On that note, it is Scott M. Thomas’s essay reflecting on the implications of religious critiques for international relations theory that seems most likely to garner controversy. Thomas follows through upon the general criticism leveled by the contributors against the dominant place of secularism in foreign policy and international relations theory. Several contributors harness the critical assessment of secular theorizing reflected in the work of Elizabeth Shakman Hurd. Thomas pursues this line of reasoning to deconstruct the secular as little more than a dogma, a “mythos of salvation history which has shaped the standard representations of international politics and political actors.” (192) His use of British theorist Martin Wight’s analysis that pits the benevolent religious forces of authentic spirituality against the antichrist of post-Enlightenment modernism is a provocative way to challenge the abuse of religion in today’s world. It will likely be too radical a criticism for many readers to take seriously, though it builds upon reflectivist criticisms that have circulated in critical theory for many years. Robert Cox famously wrote that “theory is always for someone and for some purpose.” If this is the case, the dominance of the secular mindset in international relations may well have been established by a secular academy for the purpose of marginalizing the sacred. It is only critical theoretical reflections developed out of scholars in exile that are likely to challenge such dominant paradigms. If they appear radical, it may be in part because they challenge truisms that have been accepted for far too long.
This is precisely where the editors leave us at the end of this work, concluding unapologetically that “stirring up controversy may actually be a sign of a return to Christian authenticity and a proper rejection of uncritical accommodation to the politics or secular modernity.” (214) It seems an appropriate assertion, given the challenge that each scholar gives to the secular assumption throughout the book. However, I wonder if the editors and contributors alike are ready to accept that Christendom, if not Christianity, has at least had some role to play in constructing the secularism that serves as the book’s foil. It seems a little disingenuous for Christians to disavow any responsibility for the way in which separation of church and state has evolved to justify any and all exclusion of the sacred. But such a debate goes beyond the contours of a book on religion and U.S. foreign policy.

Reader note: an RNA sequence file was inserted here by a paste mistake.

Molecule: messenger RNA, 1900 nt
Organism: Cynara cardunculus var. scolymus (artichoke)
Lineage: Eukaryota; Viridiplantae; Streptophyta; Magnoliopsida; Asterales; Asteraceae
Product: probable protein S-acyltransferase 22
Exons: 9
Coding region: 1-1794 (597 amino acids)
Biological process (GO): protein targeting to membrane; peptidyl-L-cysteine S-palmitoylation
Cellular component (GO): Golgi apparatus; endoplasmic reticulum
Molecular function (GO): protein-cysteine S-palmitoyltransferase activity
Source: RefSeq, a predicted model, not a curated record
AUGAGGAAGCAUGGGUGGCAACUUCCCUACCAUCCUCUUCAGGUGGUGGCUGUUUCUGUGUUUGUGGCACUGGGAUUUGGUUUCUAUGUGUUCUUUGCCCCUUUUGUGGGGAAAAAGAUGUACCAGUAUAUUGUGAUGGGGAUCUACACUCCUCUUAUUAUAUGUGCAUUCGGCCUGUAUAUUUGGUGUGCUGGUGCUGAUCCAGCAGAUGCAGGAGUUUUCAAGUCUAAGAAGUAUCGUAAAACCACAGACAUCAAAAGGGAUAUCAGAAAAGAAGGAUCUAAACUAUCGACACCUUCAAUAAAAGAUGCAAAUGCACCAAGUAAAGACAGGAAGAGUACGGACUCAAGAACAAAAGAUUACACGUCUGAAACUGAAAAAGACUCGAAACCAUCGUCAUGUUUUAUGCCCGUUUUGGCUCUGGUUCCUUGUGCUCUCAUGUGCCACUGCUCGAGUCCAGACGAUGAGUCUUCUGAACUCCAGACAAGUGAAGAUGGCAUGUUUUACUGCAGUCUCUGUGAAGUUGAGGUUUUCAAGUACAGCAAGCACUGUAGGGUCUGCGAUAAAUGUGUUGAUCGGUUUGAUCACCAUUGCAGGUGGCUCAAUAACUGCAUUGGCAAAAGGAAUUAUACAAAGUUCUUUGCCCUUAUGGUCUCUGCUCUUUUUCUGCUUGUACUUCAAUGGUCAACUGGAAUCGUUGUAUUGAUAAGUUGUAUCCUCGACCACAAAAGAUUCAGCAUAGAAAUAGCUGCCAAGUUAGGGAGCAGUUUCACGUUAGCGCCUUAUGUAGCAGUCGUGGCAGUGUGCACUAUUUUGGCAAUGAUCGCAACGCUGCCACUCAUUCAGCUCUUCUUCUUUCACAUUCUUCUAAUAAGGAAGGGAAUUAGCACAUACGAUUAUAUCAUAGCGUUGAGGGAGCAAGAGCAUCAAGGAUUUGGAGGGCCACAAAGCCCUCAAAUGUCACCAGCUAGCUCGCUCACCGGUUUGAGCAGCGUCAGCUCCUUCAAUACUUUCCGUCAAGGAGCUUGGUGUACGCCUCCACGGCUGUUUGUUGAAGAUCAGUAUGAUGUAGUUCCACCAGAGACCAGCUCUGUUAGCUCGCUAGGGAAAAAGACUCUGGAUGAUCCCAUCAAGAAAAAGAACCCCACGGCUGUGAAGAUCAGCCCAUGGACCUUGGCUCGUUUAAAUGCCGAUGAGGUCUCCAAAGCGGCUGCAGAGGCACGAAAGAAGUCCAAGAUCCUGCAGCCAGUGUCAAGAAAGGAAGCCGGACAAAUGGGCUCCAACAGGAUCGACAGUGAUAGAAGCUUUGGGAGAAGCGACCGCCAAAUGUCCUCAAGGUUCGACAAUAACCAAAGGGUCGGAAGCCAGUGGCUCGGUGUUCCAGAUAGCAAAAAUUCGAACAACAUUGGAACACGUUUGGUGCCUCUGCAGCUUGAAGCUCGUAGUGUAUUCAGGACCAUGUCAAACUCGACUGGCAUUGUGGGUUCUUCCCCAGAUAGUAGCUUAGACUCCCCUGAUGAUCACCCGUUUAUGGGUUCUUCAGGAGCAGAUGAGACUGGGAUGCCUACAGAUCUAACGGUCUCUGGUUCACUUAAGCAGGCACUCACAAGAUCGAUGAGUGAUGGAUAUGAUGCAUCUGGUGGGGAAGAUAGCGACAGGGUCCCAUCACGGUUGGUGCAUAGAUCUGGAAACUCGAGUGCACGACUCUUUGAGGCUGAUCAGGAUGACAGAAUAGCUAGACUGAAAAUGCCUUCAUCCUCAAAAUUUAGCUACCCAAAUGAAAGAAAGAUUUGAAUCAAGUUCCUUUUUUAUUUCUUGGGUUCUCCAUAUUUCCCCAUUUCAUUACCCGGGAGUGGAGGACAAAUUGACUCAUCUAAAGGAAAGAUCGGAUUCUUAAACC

Reflecting upon the fullness of this collection, there is one topic that seems underdeveloped, despite its mention by Howard as a vehicle of European anti-Americanism. Since its foundation, the United States has been markedly different from other societies in the power of its self-organized groups and social networks. The contributions of these “little platoons” (in Burkean phraseology) to American public life have been a focus of observers of American politics from Tocqueville to Putnam. What is often lost is the impact that the numerous religious contributions to civil society have had in extending the American project abroad as an unofficial arm of U.S. foreign policy. Travel to any part of the world and you will find American missions, churches, religious development agencies, and educational institutions involved in cooperative projects and contributing to a growing transnational public life. Over the past decade, these groups have spearheaded American efforts to address HIV and AIDS in Africa, restore the global environment, combat human trafficking, and tackle the problems of worldwide debt and poverty and achieve the millennium development goals. The potency of these efforts in extending U.S. foreign policy are rarely highlighted in the news or even noticed by academics, but to me, these forms of religious outreach and partnership are the real champions of the normative promise of American foreign policy.
I have made some critical observations here, but I must emphasize that the editors of this work deserve congratulations for putting together an excellent contribution to the growing number of works exploring the nexus of religion and politics in the twenty-first century. Among the book’s strengths are its interdisciplinarity, its mixture of applied and theoretical insights, and the cohesiveness of its unifying thesis that religion be taken seriously in spite of the historical rigidity of secularism in international politics. It is gratifying to see that the field of religion and politics has already come a long way in the decade since my entry into graduate school.
Gideon Strauss is a senior fellow with Cardus (where he previously served as editor of the journal Comment) and the executive director of the Max De Pree Center for Leadership...